Acronyms Cheat Sheet

Booth Welsh offer services in a number of different disciplines and industries including Process Control Systems, Electrical and Instrumentation Design and Process Engineering and Consultancy. Part and parcel of working within a technical field, is understanding the engineering text-speak that comes along with it, which can often involves high-level acronyms. In an attempt to crack down on the technical talk, we asked our engineers to provide some of the most commonly used acronyms from within their respective fields along with a brief explanation.

Process Engineering & Consultancy:

URS – User Requirement Specification: As the name suggests, the final user of the documents what is required in terms of outcomes.

FDS – Functional Design Specification: Is in essence, how the user requirements are to be met – in Booth Welsh’s case, this would be the engineering hardware and/or software. A supplier would interpret the requirements in the URS and generate a FDS.

DDS – Detailed Design Specification: DDS is where all the elements are defined in sufficient detail to engineer and/or procure what is required to achieve the functions defined in the FDS.

Process Control Systems:

BPCS – Basic Process Control System: A BPCS is essentially a system that responds to input signals from the process and various other sources, and generates output signals which cause the process and any associated equipment to operate to programmed specifications within the production limits.

ICSS – Integrated Control and Safety System: An ICSS is a platform which combines elements of Process Control and Functional Safety in order to regulate the production process. An ICSS can help maximise operational and cost efficiency as well as allowing for the complete integration of process and safety programmes.

SIS – Safety Instrumented System: Made up of both hardware and software controls and particularly common within critical process systems.

Mechanical Engineering:

ISO – Isometric Drawing: In very complex or large piping systems, piping isometrics are essential to the design and manufacturing phases of a project. Piping isometrics are essentially shop fabrication spool drawings and are the most important drawings for installation contractors during the field portion of the project.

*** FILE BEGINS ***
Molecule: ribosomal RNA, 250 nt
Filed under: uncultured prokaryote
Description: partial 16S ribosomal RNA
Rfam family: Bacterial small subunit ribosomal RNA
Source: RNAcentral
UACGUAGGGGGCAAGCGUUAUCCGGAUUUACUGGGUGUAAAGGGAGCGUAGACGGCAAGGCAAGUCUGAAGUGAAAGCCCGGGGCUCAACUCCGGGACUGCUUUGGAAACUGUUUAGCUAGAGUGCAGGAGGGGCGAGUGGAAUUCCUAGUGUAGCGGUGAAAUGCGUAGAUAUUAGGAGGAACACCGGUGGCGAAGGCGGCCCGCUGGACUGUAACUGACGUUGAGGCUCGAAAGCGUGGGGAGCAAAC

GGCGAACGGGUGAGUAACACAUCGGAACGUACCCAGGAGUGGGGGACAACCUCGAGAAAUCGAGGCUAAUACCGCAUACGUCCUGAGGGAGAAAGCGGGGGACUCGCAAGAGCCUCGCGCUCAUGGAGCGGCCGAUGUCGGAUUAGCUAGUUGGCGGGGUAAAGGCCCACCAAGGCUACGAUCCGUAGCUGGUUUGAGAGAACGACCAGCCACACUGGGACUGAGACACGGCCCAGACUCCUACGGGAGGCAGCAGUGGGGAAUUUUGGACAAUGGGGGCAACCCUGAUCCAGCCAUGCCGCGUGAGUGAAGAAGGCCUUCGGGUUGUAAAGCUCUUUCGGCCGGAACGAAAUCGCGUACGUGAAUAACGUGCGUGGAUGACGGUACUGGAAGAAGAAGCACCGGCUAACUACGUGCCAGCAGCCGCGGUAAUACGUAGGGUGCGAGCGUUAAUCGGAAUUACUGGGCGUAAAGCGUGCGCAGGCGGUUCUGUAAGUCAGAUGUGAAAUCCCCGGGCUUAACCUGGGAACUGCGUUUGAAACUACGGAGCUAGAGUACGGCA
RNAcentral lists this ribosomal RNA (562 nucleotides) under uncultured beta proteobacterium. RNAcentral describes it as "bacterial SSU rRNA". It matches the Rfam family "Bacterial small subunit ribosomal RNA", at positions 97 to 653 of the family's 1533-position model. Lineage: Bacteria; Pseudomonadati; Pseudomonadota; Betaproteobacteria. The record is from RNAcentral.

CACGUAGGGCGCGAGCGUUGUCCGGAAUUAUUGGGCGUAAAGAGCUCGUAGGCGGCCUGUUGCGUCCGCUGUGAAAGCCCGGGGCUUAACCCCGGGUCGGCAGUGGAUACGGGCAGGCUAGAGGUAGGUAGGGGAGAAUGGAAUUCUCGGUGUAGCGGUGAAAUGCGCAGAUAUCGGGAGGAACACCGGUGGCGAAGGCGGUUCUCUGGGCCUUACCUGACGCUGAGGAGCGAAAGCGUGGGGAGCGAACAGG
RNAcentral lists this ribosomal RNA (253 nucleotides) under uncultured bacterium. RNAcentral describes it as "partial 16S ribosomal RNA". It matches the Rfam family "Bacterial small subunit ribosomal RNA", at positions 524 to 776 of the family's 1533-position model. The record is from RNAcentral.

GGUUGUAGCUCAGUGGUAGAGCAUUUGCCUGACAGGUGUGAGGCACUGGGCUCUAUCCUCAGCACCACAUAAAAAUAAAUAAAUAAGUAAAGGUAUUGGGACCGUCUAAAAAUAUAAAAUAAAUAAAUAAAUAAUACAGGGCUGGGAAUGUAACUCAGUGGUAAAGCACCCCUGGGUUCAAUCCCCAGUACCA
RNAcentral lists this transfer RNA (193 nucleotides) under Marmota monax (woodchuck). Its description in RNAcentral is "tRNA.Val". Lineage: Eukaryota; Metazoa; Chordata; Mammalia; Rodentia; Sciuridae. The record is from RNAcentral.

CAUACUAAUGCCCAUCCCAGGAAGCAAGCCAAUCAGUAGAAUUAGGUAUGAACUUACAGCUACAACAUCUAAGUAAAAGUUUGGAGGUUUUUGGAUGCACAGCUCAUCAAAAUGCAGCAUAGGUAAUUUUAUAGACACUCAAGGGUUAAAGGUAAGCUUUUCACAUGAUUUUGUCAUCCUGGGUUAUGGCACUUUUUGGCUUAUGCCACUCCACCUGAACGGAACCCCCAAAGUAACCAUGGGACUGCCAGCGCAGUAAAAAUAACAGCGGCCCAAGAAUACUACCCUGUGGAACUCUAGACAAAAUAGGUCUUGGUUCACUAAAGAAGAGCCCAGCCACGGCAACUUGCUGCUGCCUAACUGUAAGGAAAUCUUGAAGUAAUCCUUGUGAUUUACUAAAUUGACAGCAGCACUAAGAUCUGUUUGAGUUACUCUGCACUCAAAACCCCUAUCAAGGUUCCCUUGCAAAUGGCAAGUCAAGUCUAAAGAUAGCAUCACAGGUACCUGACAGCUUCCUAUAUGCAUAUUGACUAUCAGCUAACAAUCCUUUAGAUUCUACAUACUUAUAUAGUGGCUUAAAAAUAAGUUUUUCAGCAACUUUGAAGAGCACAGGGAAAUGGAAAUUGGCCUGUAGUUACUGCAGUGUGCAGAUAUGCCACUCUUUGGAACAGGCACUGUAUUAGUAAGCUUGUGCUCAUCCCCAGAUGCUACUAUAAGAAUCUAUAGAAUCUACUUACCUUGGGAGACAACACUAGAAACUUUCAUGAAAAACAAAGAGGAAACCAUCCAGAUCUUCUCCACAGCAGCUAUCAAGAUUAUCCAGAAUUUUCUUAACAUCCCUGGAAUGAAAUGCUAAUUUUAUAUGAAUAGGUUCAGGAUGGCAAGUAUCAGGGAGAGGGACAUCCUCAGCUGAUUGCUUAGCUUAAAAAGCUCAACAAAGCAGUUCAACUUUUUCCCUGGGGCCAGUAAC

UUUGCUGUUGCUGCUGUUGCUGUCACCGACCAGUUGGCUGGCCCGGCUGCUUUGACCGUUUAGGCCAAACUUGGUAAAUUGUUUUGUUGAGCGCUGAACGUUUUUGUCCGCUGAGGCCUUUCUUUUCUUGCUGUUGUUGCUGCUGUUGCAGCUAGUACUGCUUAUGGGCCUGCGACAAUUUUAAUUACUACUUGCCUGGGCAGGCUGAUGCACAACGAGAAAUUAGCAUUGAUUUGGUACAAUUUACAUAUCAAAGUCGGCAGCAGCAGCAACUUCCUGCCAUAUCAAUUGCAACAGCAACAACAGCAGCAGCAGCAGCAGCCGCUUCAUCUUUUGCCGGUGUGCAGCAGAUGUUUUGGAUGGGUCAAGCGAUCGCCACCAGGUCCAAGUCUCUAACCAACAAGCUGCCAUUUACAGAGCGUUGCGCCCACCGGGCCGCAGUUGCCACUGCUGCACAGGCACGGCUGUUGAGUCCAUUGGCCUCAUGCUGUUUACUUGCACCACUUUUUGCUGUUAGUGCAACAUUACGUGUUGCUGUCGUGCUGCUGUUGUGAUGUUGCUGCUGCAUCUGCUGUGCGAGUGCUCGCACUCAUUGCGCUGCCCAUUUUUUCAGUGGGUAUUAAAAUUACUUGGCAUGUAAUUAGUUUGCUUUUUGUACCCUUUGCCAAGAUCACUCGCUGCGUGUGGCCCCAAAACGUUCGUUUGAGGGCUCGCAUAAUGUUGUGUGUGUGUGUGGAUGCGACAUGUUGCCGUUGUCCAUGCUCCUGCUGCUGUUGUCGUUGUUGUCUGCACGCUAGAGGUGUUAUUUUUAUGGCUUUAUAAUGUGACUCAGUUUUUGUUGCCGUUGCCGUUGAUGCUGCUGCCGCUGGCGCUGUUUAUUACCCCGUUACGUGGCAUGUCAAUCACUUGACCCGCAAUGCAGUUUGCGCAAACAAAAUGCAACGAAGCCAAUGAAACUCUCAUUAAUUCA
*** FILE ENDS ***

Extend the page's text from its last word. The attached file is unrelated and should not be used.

PWHT – Post Weld Heat Treatment: Post weld heat treatment, or stress relief as it is sometimes known, is a method for reducing and redistributing the residual stresses in a material that has been introduced by welding.

NPSH – Net Positive Suction Head: NPSH can be defined as two parts: NPSHA (the available pressure at the suction side of a pump) and NPSHR (the minimum pressure required at the suction side of a pump to prevent cavitation).

Nuclear Industry:

AMS – Asset Management System: This is an online system (database) for recording maintenance and operating data. Part of AMS provides functionality to manage preventative maintenance arrangements for associated equipment that you may find on a Nuclear power station. These can be easily identified by their equipment types and equipment names.

CDMS – Controlled Document Management System: This is a database that stores all controlled documents used in a power station. This can consist of drawings, procedures, check sheets, historical records etc.

OPEX – Operating Experience: OPEX is about capturing and learning lessons from industry mistakes and events both within our organisation and from external organisations and using the information to prevent making the same mistakes or repeating the same events.

PU&A – Procedural Use and Adherence: Procedural use and adherence is a set of principles and requirements to ensure that staff carry out activities following the intent, direction and approved process specified in written technical procedures.

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